nine per game,” he said.
tolerate vandalism. It's not fair to
wrecks the inside of the game.” Egleston said CSI proceeded to take all the foosballs out of the “I
"There were about 30 foosballs and believe
Tim was one of more
people from across Canada
been extremely successful, making it to the Top 20 and then
compete on a weekly TV
against each other
contestants undertake differ-
ent challenges while living in a $6.4-million penthouse located in
wants to do. If you could describe a perfect job for Tim, that would be it. There’s a lot of good competition there, but some people just don’t have the complete package. They know a lot about music but don’t have the television presence,”
The way he’s acted on the show is the way he really is, Nayler said. “And that’s to his benefit. He’s not making a big splash but he’s doing a good enough job to keep in contention.
expert judges until there
like to stand out
be the loud one. smart.
likes to play
likes to look at a situa-
and see how he can do his best. And that’s why he’s kept himself in
one of the top contenders,”
are five left
tions are decided
Nayler said. “He’s not stepping on anyone or burning any bridges, he’s doing it
and then the eliminaby viewer voting through text messaging and the Internet.
wasn’t available for comto the show’s busy pro-
right so far.
a lot because he’s not
duction schedule. However, his friends had lots to say about him. “Tim is a cool, funny cat,” said Cole Nayler, a second-year broad-
big fuss about
casting student at Conestoga. “He’s a rock star, that’s what he is. “And he knows music. He’s got the passion and
shown making a
Tim’s older brother, Michael,
Tim is much deeper than he’s been shown on television. “There’s a lot more to him but he’s not one said
to grab the spotlight.”
Continued on Page 2
— SPOKE, March
Now deep thoughts ...with Random
director drops out
questions answered by
the craziest thing
of presidential race
you’ve done on Spring Break?
Continued from Page 1 The outgoing CSI board elects the
“Saving Route 61 was one of dent,” said Jackson.
Jackson. “After, they have up to
went exploring abandoned buildings.” “I
computer programmer/analyst first-year
an hour to answer questions from the board members, then the
board votes on
they want for
said the duties as president
meetdealing with the several
student centre or student
He or she also works with the college administration, general.
lobbies the provincial government
and deals with a broad spectrum of student issues on a regular basis.
finished off a
work 24 hours
dent Justin Falconer resigned Jan.
took over the issue and worked further with regional council to save the route. “I’m now sitting on a committee,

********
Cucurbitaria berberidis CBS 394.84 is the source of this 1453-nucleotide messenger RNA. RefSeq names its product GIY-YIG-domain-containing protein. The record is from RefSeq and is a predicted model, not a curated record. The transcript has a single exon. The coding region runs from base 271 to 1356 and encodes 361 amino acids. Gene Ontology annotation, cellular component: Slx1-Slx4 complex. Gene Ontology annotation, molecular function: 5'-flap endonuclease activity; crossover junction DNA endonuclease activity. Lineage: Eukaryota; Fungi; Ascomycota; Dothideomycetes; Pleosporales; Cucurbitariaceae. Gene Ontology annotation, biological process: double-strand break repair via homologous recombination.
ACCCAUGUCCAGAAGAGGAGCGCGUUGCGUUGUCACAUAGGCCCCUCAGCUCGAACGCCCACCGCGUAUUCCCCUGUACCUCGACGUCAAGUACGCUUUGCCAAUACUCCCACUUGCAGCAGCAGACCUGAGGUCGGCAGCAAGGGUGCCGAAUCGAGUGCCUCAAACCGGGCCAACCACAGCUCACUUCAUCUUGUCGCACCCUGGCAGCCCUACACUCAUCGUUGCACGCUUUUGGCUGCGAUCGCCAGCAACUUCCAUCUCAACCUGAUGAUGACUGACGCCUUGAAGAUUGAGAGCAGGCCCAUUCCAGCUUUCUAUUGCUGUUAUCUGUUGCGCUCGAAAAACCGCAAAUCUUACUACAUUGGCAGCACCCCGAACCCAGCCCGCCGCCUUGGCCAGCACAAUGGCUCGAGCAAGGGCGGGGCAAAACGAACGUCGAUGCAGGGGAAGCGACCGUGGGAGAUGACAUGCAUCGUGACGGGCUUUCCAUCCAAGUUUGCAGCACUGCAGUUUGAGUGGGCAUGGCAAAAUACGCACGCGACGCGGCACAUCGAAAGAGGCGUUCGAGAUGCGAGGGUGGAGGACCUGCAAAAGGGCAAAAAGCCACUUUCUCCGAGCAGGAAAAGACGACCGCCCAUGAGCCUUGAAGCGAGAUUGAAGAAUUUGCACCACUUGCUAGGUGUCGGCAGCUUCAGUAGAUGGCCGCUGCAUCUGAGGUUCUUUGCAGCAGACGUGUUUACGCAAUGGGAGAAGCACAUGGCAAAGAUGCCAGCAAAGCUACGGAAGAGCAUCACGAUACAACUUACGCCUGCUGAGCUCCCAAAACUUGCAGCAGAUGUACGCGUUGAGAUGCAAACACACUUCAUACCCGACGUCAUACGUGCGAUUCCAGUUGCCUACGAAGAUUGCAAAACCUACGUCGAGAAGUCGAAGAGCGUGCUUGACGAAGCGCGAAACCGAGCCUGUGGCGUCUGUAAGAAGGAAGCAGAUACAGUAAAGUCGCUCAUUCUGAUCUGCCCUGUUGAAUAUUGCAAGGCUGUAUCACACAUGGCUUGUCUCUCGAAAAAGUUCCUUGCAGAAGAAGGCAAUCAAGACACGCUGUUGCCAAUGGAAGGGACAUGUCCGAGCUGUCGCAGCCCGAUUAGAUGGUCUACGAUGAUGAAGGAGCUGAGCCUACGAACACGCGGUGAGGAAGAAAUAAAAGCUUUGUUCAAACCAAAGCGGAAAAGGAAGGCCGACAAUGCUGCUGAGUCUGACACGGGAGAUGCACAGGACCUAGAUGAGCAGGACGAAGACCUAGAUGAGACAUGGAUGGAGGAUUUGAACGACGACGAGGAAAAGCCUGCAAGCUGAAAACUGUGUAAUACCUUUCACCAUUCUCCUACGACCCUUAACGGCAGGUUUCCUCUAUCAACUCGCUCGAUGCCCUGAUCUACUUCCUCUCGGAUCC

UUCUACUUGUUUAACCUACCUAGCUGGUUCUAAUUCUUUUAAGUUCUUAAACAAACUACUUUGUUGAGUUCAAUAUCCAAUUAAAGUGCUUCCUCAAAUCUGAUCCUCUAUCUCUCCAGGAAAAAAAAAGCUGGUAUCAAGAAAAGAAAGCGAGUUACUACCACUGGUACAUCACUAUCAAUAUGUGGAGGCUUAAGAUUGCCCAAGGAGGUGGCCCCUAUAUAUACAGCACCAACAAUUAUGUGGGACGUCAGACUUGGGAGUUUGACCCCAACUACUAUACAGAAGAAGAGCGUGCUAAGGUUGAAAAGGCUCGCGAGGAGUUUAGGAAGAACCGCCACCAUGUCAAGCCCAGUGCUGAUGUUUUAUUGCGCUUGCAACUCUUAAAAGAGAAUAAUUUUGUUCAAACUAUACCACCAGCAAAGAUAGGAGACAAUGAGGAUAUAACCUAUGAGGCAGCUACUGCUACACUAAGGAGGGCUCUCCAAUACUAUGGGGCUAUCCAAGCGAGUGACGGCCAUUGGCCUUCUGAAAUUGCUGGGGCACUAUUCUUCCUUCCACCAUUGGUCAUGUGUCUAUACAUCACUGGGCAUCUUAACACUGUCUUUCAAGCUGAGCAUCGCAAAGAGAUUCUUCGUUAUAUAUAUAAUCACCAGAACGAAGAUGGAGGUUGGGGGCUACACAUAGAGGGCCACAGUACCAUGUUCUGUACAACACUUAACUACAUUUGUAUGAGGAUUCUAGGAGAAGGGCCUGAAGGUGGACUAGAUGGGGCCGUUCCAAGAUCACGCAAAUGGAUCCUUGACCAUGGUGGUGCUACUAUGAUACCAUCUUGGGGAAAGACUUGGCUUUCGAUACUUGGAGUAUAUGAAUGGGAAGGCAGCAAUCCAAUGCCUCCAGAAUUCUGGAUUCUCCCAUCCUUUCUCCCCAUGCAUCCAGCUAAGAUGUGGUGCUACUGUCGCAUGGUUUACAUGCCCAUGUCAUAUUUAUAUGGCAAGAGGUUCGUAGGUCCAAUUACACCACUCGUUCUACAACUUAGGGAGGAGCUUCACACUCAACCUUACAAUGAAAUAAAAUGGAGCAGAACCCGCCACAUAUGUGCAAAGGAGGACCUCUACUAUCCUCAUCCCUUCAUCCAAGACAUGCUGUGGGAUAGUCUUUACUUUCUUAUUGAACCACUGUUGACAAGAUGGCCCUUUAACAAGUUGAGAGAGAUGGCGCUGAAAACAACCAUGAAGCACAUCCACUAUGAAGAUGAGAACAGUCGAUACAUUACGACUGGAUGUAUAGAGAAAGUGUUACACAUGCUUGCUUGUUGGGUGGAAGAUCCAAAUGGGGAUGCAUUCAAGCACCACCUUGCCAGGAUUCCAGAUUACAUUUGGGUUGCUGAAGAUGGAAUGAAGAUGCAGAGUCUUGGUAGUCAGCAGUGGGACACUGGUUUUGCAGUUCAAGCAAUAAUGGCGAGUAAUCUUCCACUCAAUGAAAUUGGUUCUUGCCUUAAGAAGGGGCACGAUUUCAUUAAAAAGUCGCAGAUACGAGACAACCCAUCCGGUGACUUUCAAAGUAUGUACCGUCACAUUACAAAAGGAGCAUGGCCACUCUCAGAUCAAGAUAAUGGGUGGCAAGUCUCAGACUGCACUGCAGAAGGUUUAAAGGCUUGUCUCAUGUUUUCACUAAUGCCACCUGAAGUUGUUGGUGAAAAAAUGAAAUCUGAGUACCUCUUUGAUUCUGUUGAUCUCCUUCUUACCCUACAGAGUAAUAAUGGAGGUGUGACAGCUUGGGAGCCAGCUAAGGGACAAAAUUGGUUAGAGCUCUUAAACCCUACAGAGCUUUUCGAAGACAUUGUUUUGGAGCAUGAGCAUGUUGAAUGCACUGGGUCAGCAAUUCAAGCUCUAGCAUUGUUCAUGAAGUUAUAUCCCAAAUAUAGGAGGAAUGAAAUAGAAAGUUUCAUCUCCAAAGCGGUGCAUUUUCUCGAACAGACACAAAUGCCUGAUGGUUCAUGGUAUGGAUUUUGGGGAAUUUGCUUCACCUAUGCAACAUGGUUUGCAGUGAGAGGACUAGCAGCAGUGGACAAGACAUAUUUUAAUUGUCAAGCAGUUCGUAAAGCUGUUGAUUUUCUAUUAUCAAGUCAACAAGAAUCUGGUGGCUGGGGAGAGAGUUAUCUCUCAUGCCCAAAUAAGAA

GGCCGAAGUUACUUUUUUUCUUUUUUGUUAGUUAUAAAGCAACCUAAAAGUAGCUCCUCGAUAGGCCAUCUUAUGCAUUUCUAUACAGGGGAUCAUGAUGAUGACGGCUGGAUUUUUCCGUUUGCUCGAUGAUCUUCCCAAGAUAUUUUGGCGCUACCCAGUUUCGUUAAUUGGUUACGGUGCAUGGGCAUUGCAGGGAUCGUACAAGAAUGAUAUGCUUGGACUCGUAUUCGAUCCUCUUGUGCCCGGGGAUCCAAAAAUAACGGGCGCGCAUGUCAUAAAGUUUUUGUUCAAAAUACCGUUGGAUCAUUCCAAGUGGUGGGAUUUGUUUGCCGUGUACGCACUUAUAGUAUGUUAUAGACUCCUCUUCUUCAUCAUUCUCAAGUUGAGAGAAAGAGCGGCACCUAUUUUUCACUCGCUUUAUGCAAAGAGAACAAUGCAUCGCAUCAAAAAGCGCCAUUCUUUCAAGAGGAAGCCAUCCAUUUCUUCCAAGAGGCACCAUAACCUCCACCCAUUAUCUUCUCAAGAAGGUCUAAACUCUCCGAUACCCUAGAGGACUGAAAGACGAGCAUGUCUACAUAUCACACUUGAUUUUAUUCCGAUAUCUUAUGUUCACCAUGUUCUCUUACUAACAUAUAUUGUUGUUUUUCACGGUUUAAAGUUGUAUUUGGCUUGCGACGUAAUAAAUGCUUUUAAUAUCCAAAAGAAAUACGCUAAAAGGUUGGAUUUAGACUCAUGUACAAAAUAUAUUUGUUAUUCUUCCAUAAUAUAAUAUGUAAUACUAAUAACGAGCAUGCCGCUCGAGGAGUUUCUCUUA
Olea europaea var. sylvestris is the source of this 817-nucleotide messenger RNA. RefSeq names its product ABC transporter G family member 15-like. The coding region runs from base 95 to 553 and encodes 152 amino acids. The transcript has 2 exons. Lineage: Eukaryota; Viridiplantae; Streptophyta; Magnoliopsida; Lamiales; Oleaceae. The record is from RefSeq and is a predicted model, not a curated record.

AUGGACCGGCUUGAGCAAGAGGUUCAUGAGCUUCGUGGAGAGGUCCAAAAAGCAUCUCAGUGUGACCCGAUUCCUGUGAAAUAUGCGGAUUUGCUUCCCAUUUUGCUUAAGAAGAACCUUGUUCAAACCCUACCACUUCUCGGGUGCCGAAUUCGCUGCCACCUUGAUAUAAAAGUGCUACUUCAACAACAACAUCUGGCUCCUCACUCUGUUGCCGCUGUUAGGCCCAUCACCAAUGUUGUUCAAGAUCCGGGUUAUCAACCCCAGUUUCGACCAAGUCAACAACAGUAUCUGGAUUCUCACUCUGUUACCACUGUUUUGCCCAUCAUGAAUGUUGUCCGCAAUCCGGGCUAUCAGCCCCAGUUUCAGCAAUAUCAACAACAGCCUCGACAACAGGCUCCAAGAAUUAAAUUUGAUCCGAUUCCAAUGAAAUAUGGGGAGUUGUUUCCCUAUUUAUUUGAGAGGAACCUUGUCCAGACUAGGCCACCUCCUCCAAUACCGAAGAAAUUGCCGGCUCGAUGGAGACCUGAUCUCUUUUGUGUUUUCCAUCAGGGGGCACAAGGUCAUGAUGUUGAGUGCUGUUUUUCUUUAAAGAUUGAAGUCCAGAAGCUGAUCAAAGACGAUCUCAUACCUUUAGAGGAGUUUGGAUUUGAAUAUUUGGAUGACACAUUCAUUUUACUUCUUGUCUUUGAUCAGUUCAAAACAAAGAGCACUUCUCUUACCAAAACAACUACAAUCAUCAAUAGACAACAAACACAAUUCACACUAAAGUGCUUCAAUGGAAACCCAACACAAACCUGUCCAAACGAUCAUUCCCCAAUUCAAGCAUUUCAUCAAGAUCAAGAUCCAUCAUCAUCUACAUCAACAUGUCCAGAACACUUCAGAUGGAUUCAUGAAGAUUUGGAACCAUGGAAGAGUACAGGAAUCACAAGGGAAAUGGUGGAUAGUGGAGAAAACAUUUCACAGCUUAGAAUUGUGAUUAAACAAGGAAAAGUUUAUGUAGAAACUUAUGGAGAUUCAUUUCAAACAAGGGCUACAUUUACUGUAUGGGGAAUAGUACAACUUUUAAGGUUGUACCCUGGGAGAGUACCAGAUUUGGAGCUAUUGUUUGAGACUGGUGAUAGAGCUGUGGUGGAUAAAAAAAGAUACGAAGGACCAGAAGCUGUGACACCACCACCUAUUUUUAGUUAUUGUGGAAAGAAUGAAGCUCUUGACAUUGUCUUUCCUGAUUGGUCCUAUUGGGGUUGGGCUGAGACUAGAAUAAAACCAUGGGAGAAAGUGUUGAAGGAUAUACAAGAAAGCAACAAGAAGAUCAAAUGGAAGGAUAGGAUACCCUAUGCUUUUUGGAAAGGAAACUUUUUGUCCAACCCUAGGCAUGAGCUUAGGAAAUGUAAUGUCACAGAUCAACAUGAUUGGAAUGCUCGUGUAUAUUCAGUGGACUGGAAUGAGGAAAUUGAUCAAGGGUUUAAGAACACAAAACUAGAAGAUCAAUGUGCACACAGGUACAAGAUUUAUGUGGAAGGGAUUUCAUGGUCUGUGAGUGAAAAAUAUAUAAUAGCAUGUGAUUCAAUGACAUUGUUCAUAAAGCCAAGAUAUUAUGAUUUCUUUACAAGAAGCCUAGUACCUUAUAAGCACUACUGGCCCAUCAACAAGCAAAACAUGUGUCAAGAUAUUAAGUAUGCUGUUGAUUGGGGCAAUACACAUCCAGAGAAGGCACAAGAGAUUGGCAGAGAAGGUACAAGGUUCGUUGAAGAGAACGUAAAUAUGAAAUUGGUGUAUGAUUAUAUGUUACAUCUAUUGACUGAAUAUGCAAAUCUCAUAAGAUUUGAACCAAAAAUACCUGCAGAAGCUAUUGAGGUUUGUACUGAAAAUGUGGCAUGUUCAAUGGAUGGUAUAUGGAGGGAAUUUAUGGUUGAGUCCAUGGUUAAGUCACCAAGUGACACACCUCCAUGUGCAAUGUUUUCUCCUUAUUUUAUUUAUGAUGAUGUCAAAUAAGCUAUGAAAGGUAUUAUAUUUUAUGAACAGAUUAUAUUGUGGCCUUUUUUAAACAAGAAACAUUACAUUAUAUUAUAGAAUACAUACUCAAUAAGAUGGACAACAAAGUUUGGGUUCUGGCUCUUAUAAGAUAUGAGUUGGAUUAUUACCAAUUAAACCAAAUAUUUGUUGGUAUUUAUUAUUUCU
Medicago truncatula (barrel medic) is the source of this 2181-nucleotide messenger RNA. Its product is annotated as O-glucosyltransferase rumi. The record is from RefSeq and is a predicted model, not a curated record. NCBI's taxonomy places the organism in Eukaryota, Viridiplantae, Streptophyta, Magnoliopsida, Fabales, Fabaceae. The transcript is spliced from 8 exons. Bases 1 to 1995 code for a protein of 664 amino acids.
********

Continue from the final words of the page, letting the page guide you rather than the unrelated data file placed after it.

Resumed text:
said the only issue he has
dealt with as president
went to Newfoundland and drank for a straight
Continued from Page
improve the route during the next months,” said Jackson. “I hope we will continue to be successful and I think our message was received loud and clear, that Route 61 is needed at the college.” The nominations for the vicepresident closed on Feb. 15 and the eight
during a vice-
meeting Feb. similar to the
presidential selection, except can-
to give a
speech instead of 30 min-
Chantelle Ryerson, service
“We all went out drinking. Then we walked around Disney World and was I
Jackson said the president and the vice-president
work together on
underway with an election being held in March. The voting will take
ty to elect their
Jackson said the president and vice-president positions are filled
within the board to give some continuity to the board.
said the seven director posi-
dent at the college. “Students wishing to be nominated have to pick up a nomination form from the CSI office, do their
campaign period, give paign speech and then
“I know many of the current board members this year are graduating,
band) was going to get a conhe would love the chance to become a rock star.” What most people don’t realize about Tim is that “he is also a spiritual person, he is a very devoted Christian. He even has a tattoo of his favourite Bible verse on the under side of his arm,” said tract
asked what Tim needs to in order to win, Nayler
needs to get a better vocabulary and improve on the words he uses and when he uses them. He uses a lot of the same phrases, but every once in a while he’ll use a new phrase that’ll show a different side to him.” Nayler said he met Tim last year when they were roommates. “He always made me laugh. He’d play some music while we did the dishes and he’d dance and he’s like the worst dancer in the world. He claps and snaps. But he’s got that cool confidence about him.” “The first time I met Tim he was dressed up as a dog,” said Lindsay Green, one of Tim's friends from
College. “It was for
becau.se he’s I
Denise Leveille, second-year marketing
Smile Conestoga, you could be our next respondent!
Janssen. It’s strange that Tim hasn’t been given more airtime on the show, said Fraser Zerebecki, one of
Tim Deegan, a contestant on MuchMusic’s VJ Search, is “a rock
according to a
friend. it did on television. head on a light hard enough to make it swing back and forth and everyone laughed at him. He did really well that evening though. He raised the most money for charity, $55, and the second highest stripper only
Green said she hopes he wins
talking to kids and posing
Green said seeing him the
wrong resort, and know how got
The nomination process
new CSI board of
coveted MuchMusic job